A randomized, controlled multicenter study has demonstrated that com­bination topical drop therapy is more effective for preventing cystoid macular edema after cataract surgery in nondiabetic patients than either corticosteroid or NSAID monotherapy; in diabetic eyes, postop combination drop therapy plus a subconjunctival in­jection of triamcinolone acetonide peri­operatively is superior to postop eye drops alone or with combinations involving intravitreal bevacizumab at close of surgery. Lead author Rudy Nuijts, MD, PhD, professor of ophthalmology at the Uni­versity Eye Clinic Maastricht UMC+, The Netherlands, presented the findings of the PREMED (PREvention of Macular EDema after cataract surgery) study at the 35th Congress of the European Society of Cataract and Refractive Surgeons in October.

“The aim of the ESCRS PREMED study was to provide evidence-based recommendations that could serve as a basis for clinical guidelines on the prevention of CME after cataract surgery,” explains study author Laura Wielders, MD, PhD. PREMED looked at two groups of patients who underwent standard phacoemulsification cataract surgery with IOL implantation at 12 centers throughout the EU. There were 914 nondiabetic patients and 213 with diabetes. Patients with proliferative diabetic retinopathy and marked DME were excluded. Patients with monocular function, elevated CME risk or previous surgery in the study eye were excluded from both groups.

For this study, funded by the ESCRS, the nondiabetic patients were randomized to four treatment groups: topical NSAID monotherapy (brom­fenac 0.09%); corticosteroid mono­therapy (dexamethasone 0.1%); or com­bined-drop therapy. The primary outcome measure was mean central macular subfield thickness measured by OCT at six weeks postoperatively versus baseline. Secondary outcomes included the occurrence of CME (an increase in CMST of 10 percent or more over baseline with cystic changes noted on OCT) and clinically significant CME at six and 12 weeks postoperatively (defined as CME on OCT plus less than 0.2 logMAR of CDVA improvement over baseline).

At six weeks, the dexamethasone group had the highest CMST measurements, 9.6 µm greater than those of the combined-drop patients. The incidence of clinically significant CME in the dual-drop therapy group was 1.5 percent at 12 weeks, compared with the NSAID monotherapy group (3.6 percent) and the corticosteroid monotherapy group (5.1 percent).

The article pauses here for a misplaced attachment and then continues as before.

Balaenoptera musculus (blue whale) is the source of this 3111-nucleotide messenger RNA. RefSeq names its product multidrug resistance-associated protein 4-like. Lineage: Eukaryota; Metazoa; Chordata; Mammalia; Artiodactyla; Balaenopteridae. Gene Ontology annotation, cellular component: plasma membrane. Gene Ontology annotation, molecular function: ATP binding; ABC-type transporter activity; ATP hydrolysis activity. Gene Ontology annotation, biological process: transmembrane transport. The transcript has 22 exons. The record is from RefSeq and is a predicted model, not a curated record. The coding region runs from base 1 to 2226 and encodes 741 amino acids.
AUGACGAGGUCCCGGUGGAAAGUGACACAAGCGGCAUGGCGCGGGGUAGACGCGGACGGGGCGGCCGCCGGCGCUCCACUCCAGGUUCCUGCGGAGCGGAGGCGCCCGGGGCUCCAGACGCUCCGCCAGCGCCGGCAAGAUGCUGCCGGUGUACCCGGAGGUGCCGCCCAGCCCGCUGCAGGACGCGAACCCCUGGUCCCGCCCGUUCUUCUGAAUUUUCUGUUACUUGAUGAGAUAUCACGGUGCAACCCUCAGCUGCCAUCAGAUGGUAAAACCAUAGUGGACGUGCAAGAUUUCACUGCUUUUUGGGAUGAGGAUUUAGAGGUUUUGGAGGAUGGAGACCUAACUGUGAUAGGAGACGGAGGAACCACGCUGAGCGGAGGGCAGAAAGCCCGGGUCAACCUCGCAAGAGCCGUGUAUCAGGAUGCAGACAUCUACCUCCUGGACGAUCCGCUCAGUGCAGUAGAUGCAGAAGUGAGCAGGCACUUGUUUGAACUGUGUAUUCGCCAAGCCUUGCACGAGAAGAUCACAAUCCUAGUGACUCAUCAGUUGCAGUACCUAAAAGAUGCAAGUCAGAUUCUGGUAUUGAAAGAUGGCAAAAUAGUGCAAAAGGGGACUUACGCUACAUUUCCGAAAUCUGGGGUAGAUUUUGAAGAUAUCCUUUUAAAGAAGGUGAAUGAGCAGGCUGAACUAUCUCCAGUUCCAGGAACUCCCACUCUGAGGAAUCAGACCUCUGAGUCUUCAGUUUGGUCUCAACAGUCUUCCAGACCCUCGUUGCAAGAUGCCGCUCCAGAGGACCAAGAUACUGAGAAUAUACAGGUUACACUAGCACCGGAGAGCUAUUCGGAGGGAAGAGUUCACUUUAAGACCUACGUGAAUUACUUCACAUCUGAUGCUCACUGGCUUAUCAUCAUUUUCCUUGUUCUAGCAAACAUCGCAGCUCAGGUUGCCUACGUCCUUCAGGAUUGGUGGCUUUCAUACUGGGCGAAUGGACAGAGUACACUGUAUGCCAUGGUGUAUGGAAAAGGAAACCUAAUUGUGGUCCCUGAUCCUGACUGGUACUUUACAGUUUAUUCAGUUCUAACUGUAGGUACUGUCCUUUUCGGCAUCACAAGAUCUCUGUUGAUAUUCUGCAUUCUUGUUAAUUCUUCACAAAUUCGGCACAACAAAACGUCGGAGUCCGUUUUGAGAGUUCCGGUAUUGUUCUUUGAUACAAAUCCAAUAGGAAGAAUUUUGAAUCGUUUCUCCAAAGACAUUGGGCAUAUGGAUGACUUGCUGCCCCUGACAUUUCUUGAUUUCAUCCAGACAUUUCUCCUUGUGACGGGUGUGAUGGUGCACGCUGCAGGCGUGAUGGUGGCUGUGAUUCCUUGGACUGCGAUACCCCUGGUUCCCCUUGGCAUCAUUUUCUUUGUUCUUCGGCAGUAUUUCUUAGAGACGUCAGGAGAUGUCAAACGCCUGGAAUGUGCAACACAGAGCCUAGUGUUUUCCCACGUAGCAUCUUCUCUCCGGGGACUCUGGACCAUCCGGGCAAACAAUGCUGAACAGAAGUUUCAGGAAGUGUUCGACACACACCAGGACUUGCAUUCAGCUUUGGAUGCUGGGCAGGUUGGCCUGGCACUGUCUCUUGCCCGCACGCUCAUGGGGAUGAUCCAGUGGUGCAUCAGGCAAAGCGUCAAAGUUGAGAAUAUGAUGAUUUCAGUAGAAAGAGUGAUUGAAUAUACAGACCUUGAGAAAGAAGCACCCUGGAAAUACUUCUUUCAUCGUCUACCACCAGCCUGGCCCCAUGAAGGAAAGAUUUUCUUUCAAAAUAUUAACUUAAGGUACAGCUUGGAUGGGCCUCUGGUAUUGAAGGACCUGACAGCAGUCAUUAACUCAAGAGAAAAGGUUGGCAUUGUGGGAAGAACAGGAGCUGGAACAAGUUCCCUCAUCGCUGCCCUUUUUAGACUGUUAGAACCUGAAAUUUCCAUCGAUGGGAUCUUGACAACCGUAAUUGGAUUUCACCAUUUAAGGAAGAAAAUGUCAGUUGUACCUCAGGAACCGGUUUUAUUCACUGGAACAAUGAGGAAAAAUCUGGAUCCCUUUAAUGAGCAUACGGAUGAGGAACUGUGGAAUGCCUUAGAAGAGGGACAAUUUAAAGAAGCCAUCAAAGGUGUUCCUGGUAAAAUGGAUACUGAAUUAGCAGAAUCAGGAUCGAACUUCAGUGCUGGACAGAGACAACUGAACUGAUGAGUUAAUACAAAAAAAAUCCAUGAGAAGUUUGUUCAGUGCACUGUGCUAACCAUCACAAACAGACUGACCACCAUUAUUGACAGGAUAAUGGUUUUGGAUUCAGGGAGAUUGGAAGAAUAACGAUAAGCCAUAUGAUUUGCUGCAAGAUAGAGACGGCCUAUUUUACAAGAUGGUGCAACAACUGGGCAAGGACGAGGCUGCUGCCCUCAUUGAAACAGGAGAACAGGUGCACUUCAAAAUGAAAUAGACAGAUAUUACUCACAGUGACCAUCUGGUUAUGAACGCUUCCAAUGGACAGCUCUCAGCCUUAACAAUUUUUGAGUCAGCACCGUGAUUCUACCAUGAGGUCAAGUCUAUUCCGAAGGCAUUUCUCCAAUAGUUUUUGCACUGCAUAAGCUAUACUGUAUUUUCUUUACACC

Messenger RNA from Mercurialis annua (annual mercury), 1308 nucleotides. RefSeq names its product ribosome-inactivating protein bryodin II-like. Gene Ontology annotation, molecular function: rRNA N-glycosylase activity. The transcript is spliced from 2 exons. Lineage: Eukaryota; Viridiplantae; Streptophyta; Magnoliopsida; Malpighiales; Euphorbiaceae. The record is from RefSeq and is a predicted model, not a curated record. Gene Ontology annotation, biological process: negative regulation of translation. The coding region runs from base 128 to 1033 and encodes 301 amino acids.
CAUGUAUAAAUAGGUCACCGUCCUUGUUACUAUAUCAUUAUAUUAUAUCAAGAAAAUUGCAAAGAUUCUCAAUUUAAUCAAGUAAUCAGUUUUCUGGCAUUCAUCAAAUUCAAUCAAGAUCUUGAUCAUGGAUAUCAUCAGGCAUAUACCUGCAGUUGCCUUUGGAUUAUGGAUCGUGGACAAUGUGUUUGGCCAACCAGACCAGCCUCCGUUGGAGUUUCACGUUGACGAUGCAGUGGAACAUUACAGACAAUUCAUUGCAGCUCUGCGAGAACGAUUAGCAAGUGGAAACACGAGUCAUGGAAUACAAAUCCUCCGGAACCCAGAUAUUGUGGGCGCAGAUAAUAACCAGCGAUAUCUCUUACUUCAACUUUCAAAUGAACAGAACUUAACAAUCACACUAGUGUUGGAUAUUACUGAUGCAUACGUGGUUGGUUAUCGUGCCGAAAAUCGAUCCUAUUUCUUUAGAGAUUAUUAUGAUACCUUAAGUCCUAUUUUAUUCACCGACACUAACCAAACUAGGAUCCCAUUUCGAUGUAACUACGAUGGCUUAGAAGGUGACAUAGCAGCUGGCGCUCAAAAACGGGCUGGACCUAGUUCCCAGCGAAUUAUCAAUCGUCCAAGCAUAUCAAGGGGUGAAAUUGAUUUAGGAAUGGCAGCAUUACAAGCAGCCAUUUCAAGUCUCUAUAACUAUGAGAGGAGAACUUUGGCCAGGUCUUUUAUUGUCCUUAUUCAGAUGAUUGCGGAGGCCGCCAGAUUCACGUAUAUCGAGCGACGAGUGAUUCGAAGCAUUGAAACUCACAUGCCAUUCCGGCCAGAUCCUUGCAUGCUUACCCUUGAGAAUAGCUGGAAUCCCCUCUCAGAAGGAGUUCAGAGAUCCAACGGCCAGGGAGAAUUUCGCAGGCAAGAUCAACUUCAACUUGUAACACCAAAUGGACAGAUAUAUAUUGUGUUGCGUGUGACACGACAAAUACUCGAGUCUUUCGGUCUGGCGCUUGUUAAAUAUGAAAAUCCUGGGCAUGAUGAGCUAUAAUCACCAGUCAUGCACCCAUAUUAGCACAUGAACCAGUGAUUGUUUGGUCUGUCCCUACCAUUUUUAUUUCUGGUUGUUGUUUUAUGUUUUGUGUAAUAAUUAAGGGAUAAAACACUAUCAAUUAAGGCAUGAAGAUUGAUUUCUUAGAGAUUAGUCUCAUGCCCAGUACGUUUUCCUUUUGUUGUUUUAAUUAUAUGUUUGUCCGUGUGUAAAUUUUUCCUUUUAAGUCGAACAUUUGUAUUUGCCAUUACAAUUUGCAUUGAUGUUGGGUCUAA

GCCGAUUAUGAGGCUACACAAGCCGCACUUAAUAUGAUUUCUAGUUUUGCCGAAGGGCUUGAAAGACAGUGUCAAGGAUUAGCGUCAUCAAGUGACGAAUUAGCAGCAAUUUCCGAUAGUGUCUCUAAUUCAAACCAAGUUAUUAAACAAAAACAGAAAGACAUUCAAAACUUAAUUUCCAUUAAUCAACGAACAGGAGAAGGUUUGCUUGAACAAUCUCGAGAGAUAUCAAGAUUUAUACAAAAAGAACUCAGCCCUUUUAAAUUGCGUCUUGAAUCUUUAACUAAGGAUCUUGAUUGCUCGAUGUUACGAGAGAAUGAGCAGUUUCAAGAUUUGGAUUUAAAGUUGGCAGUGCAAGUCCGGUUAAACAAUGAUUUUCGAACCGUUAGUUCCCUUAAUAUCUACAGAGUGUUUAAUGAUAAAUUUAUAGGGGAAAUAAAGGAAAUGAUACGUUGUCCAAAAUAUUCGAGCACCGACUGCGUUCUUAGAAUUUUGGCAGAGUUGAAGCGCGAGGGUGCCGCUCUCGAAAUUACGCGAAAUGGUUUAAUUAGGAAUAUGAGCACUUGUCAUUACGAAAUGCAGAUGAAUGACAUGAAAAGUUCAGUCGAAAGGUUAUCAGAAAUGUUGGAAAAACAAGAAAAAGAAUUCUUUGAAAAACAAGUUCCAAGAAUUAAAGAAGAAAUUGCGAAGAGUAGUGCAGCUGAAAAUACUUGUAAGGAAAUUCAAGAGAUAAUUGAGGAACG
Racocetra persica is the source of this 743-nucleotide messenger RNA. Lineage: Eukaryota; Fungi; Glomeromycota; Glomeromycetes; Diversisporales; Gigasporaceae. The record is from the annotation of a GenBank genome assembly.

The 213 diabetic patients all received dual-drop therapy, and were randomized to receive either no additional treatment; 40 mg subconjunctival triamcinolone acetonide at close of surgery; 1.25 mg intravitreal bevacizumab; or both injections. Among the patients who received a TA injection on top of combination-drop therapy, there were no cases of CME. The addition of bevacizumab didn’t affect macular thickness in any significant way. The patients who got subconjunctival TA had a CSMT measurement that was 12.3 µm less at six weeks than in those who did not; at 12 weeks they measured 9.7 µm less than the eyes that didn’t receive TA.

Jeffrey Whitman, MD, president and chief surgeon of Key-Whitman Eye Center, with offices in Dallas and Fort Worth, Texas, says, “This study’s early findings show us that what had been rumored is true: using both a steroid drop and an NSAID drop topically, starting two days preop and continuing postoperatively, makes a statistically significant difference in bringing the  incidence of CME closer to zero in normal patients. Before, there was no paper to substantiate it, but now we have a clinical trial that demonstrates it.

“For diabetic patients,” Dr. Whitman continues, “if you’re afraid to inject triamcinolone or tri-moxi intravitreally, this study says that you can put it in subconjunctivally—along with your topical drop regimen of steroid and NSAID—and you’re going to have an excellent effect in terms of preventing diabetic macular edema and CME.”

Dr. Wielders urges careful decision-making with regard to diabetic eyes, though. “Based on the results of this study, it is not recommended to administer subconjunctival TA in all dia­betic patients undergoing cataract surgery, given the low overall incidence of postoperative CME (4.5 percent), and considering the higher incidence of developing an increased IOP after subconjunctival TA injection (7.1 percent),”  she says.  REVIEW